The project will be led by the University of Aberdeen (UoA) with Xelect Ltd - a BBSRC supported company - as its industrial partner. Xelect will provide a range of salmon populations, expertise in genetics and trait identification, plus access to a growing database of trait variation. The main business of Xelect is to develop genetic markers for use in the salmon industry: the company currently licenses markers to salmon egg producers across the world. Therefore, the project is likely to lead to the development and licensing of CNV markers globally, both for the traits mentioned already, and potentially many others in the future. The UoA will benefit from a major advancement in understanding of the Atlantic salmon genome, which, in addition to having applied value, has strong relevance in many other academic research contexts. The UoA may also benefit from a contractual agreement with Xelect to share a portion of financial royalties coming from licensing of CNV markers. Finally, as CNVs are very poorly characterized in fish generally, the project will provide proof-of-concept on the feasibility of CNV detection and exploitation, which can be applied in other species of societal importance.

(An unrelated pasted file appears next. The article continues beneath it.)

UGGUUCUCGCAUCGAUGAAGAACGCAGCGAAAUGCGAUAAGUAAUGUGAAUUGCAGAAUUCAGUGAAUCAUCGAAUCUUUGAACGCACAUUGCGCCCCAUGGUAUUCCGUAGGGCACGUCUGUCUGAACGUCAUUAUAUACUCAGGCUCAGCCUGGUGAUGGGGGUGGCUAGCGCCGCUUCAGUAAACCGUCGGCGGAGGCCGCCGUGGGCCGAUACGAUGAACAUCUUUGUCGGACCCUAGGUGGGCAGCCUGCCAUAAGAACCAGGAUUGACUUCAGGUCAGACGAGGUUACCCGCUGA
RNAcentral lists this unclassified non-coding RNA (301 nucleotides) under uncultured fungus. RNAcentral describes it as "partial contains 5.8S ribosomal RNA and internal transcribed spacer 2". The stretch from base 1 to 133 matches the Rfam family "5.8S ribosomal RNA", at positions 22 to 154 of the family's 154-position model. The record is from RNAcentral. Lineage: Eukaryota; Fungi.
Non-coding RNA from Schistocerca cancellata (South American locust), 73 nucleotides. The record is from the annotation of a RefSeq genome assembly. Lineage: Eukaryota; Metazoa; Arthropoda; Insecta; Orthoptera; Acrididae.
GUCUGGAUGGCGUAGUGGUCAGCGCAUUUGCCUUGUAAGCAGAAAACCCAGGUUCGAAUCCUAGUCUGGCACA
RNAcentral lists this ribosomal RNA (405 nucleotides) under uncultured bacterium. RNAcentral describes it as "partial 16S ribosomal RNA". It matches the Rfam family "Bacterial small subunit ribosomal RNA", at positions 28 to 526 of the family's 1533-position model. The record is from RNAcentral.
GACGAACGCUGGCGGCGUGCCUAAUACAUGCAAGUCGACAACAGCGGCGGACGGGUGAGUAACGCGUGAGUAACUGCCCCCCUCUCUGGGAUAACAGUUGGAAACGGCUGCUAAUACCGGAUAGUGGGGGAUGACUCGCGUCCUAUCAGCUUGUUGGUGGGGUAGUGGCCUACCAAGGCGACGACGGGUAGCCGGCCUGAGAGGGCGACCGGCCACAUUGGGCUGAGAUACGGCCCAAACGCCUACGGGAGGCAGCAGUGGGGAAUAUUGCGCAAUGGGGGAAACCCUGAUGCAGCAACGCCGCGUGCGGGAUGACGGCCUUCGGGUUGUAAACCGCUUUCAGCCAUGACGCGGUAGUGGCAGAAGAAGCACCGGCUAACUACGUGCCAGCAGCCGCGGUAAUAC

Publications

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Studentship Projects

Project Reference Relationship Related To Start End Student Name
BB/M016455/1 01/10/2015 30/09/2019
1721959 Studentship BB/M016455/1 01/10/2015 30/09/2019 Alicia Bertolotti